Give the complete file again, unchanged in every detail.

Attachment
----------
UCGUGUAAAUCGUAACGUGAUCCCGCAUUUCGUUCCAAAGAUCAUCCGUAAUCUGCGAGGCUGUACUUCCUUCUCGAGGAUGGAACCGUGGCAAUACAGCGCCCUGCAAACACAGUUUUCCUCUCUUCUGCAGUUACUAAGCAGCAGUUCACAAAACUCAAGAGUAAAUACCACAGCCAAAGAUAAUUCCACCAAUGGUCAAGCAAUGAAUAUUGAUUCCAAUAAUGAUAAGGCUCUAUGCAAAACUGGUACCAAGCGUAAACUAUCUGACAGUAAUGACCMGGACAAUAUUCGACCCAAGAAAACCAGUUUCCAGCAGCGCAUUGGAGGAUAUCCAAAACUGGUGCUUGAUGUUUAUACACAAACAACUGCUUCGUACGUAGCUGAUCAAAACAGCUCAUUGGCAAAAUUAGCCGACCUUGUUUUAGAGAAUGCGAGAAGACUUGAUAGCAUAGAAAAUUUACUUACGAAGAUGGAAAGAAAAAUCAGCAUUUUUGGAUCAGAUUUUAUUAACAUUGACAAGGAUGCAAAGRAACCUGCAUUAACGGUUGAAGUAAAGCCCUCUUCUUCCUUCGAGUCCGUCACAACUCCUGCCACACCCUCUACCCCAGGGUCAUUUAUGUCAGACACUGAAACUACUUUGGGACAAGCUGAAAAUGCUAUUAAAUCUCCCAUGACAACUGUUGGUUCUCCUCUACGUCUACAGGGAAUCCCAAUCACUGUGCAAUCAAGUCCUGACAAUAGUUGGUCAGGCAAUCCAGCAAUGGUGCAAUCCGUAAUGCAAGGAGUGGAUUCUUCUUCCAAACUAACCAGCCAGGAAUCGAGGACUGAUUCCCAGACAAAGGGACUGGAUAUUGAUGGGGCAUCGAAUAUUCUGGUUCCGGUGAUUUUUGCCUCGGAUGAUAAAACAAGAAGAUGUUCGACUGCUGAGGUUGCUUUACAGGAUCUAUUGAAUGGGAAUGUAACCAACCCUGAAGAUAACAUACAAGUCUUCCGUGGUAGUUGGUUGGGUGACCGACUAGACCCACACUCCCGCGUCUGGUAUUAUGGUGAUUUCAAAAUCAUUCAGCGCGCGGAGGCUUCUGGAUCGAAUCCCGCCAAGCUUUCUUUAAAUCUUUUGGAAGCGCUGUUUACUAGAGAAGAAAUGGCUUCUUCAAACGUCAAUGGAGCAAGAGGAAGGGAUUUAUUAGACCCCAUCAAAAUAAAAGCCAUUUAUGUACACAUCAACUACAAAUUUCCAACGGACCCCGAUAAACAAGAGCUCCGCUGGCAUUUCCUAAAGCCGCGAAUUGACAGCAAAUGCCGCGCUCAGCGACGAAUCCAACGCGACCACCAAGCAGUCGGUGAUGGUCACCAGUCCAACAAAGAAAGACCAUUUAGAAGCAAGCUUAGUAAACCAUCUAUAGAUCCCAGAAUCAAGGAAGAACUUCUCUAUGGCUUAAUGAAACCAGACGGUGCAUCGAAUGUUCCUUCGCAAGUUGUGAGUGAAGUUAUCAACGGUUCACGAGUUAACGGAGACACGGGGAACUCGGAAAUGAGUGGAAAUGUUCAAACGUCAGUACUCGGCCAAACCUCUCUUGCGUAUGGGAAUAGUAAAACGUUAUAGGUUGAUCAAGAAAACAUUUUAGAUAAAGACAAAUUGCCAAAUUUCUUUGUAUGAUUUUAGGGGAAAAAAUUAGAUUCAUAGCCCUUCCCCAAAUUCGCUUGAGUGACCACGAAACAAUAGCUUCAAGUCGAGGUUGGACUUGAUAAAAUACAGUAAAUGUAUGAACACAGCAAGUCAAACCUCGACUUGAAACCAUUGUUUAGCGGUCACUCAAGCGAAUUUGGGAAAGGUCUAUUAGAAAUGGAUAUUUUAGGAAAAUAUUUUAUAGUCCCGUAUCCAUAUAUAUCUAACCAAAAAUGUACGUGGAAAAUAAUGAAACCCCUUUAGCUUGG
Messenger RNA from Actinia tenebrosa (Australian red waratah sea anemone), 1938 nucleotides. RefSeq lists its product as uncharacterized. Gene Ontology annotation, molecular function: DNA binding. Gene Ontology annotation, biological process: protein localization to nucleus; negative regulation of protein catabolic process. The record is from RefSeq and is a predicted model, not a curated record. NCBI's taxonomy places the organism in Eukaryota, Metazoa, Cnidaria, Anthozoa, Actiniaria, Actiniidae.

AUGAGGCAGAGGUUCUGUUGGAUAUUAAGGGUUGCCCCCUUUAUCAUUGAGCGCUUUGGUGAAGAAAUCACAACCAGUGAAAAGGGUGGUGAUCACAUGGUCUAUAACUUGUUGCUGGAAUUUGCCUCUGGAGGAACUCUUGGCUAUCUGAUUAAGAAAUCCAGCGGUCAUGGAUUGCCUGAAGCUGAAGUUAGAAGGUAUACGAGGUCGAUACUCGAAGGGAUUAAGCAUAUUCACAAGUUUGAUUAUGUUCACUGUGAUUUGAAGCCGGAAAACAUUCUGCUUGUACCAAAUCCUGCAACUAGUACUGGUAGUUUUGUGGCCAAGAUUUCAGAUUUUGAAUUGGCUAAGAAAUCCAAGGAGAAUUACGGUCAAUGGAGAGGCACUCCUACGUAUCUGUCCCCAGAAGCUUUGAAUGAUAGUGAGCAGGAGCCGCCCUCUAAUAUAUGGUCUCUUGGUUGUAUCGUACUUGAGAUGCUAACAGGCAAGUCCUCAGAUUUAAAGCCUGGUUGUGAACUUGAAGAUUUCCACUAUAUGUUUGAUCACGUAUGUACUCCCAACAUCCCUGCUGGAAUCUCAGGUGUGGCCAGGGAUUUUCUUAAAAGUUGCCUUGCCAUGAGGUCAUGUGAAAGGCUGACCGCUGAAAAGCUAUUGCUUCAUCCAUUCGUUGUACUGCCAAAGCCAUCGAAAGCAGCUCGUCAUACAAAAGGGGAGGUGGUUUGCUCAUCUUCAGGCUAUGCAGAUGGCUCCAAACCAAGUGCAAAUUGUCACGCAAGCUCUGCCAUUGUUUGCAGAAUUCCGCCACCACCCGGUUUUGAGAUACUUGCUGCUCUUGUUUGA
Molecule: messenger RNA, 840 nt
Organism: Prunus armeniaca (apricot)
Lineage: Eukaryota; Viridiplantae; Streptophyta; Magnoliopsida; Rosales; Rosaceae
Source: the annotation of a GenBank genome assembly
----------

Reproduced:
UCGUGUAAAUCGUAACGUGAUCCCGCAUUUCGUUCCAAAGAUCAUCCGUAAUCUGCGAGGCUGUACUUCCUUCUCGAGGAUGGAACCGUGGCAAUACAGCGCCCUGCAAACACAGUUUUCCUCUCUUCUGCAGUUACUAAGCAGCAGUUCACAAAACUCAAGAGUAAAUACCACAGCCAAAGAUAAUUCCACCAAUGGUCAAGCAAUGAAUAUUGAUUCCAAUAAUGAUAAGGCUCUAUGCAAAACUGGUACCAAGCGUAAACUAUCUGACAGUAAUGACCMGGACAAUAUUCGACCCAAGAAAACCAGUUUCCAGCAGCGCAUUGGAGGAUAUCCAAAACUGGUGCUUGAUGUUUAUACACAAACAACUGCUUCGUACGUAGCUGAUCAAAACAGCUCAUUGGCAAAAUUAGCCGACCUUGUUUUAGAGAAUGCGAGAAGACUUGAUAGCAUAGAAAAUUUACUUACGAAGAUGGAAAGAAAAAUCAGCAUUUUUGGAUCAGAUUUUAUUAACAUUGACAAGGAUGCAAAGRAACCUGCAUUAACGGUUGAAGUAAAGCCCUCUUCUUCCUUCGAGUCCGUCACAACUCCUGCCACACCCUCUACCCCAGGGUCAUUUAUGUCAGACACUGAAACUACUUUGGGACAAGCUGAAAAUGCUAUUAAAUCUCCCAUGACAACUGUUGGUUCUCCUCUACGUCUACAGGGAAUCCCAAUCACUGUGCAAUCAAGUCCUGACAAUAGUUGGUCAGGCAAUCCAGCAAUGGUGCAAUCCGUAAUGCAAGGAGUGGAUUCUUCUUCCAAACUAACCAGCCAGGAAUCGAGGACUGAUUCCCAGACAAAGGGACUGGAUAUUGAUGGGGCAUCGAAUAUUCUGGUUCCGGUGAUUUUUGCCUCGGAUGAUAAAACAAGAAGAUGUUCGACUGCUGAGGUUGCUUUACAGGAUCUAUUGAAUGGGAAUGUAACCAACCCUGAAGAUAACAUACAAGUCUUCCGUGGUAGUUGGUUGGGUGACCGACUAGACCCACACUCCCGCGUCUGGUAUUAUGGUGAUUUCAAAAUCAUUCAGCGCGCGGAGGCUUCUGGAUCGAAUCCCGCCAAGCUUUCUUUAAAUCUUUUGGAAGCGCUGUUUACUAGAGAAGAAAUGGCUUCUUCAAACGUCAAUGGAGCAAGAGGAAGGGAUUUAUUAGACCCCAUCAAAAUAAAAGCCAUUUAUGUACACAUCAACUACAAAUUUCCAACGGACCCCGAUAAACAAGAGCUCCGCUGGCAUUUCCUAAAGCCGCGAAUUGACAGCAAAUGCCGCGCUCAGCGACGAAUCCAACGCGACCACCAAGCAGUCGGUGAUGGUCACCAGUCCAACAAAGAAAGACCAUUUAGAAGCAAGCUUAGUAAACCAUCUAUAGAUCCCAGAAUCAAGGAAGAACUUCUCUAUGGCUUAAUGAAACCAGACGGUGCAUCGAAUGUUCCUUCGCAAGUUGUGAGUGAAGUUAUCAACGGUUCACGAGUUAACGGAGACACGGGGAACUCGGAAAUGAGUGGAAAUGUUCAAACGUCAGUACUCGGCCAAACCUCUCUUGCGUAUGGGAAUAGUAAAACGUUAUAGGUUGAUCAAGAAAACAUUUUAGAUAAAGACAAAUUGCCAAAUUUCUUUGUAUGAUUUUAGGGGAAAAAAUUAGAUUCAUAGCCCUUCCCCAAAUUCGCUUGAGUGACCACGAAACAAUAGCUUCAAGUCGAGGUUGGACUUGAUAAAAUACAGUAAAUGUAUGAACACAGCAAGUCAAACCUCGACUUGAAACCAUUGUUUAGCGGUCACUCAAGCGAAUUUGGGAAAGGUCUAUUAGAAAUGGAUAUUUUAGGAAAAUAUUUUAUAGUCCCGUAUCCAUAUAUAUCUAACCAAAAAUGUACGUGGAAAAUAAUGAAACCCCUUUAGCUUGG
Messenger RNA from Actinia tenebrosa (Australian red waratah sea anemone), 1938 nucleotides. RefSeq lists its product as uncharacterized. Gene Ontology annotation, molecular function: DNA binding. Gene Ontology annotation, biological process: protein localization to nucleus; negative regulation of protein catabolic process. The record is from RefSeq and is a predicted model, not a curated record. NCBI's taxonomy places the organism in Eukaryota, Metazoa, Cnidaria, Anthozoa, Actiniaria, Actiniidae.

AUGAGGCAGAGGUUCUGUUGGAUAUUAAGGGUUGCCCCCUUUAUCAUUGAGCGCUUUGGUGAAGAAAUCACAACCAGUGAAAAGGGUGGUGAUCACAUGGUCUAUAACUUGUUGCUGGAAUUUGCCUCUGGAGGAACUCUUGGCUAUCUGAUUAAGAAAUCCAGCGGUCAUGGAUUGCCUGAAGCUGAAGUUAGAAGGUAUACGAGGUCGAUACUCGAAGGGAUUAAGCAUAUUCACAAGUUUGAUUAUGUUCACUGUGAUUUGAAGCCGGAAAACAUUCUGCUUGUACCAAAUCCUGCAACUAGUACUGGUAGUUUUGUGGCCAAGAUUUCAGAUUUUGAAUUGGCUAAGAAAUCCAAGGAGAAUUACGGUCAAUGGAGAGGCACUCCUACGUAUCUGUCCCCAGAAGCUUUGAAUGAUAGUGAGCAGGAGCCGCCCUCUAAUAUAUGGUCUCUUGGUUGUAUCGUACUUGAGAUGCUAACAGGCAAGUCCUCAGAUUUAAAGCCUGGUUGUGAACUUGAAGAUUUCCACUAUAUGUUUGAUCACGUAUGUACUCCCAACAUCCCUGCUGGAAUCUCAGGUGUGGCCAGGGAUUUUCUUAAAAGUUGCCUUGCCAUGAGGUCAUGUGAAAGGCUGACCGCUGAAAAGCUAUUGCUUCAUCCAUUCGUUGUACUGCCAAAGCCAUCGAAAGCAGCUCGUCAUACAAAAGGGGAGGUGGUUUGCUCAUCUUCAGGCUAUGCAGAUGGCUCCAAACCAAGUGCAAAUUGUCACGCAAGCUCUGCCAUUGUUUGCAGAAUUCCGCCACCACCCGGUUUUGAGAUACUUGCUGCUCUUGUUUGA
Molecule: messenger RNA, 840 nt
Organism: Prunus armeniaca (apricot)
Lineage: Eukaryota; Viridiplantae; Streptophyta; Magnoliopsida; Rosales; Rosaceae
Source: the annotation of a GenBank genome assembly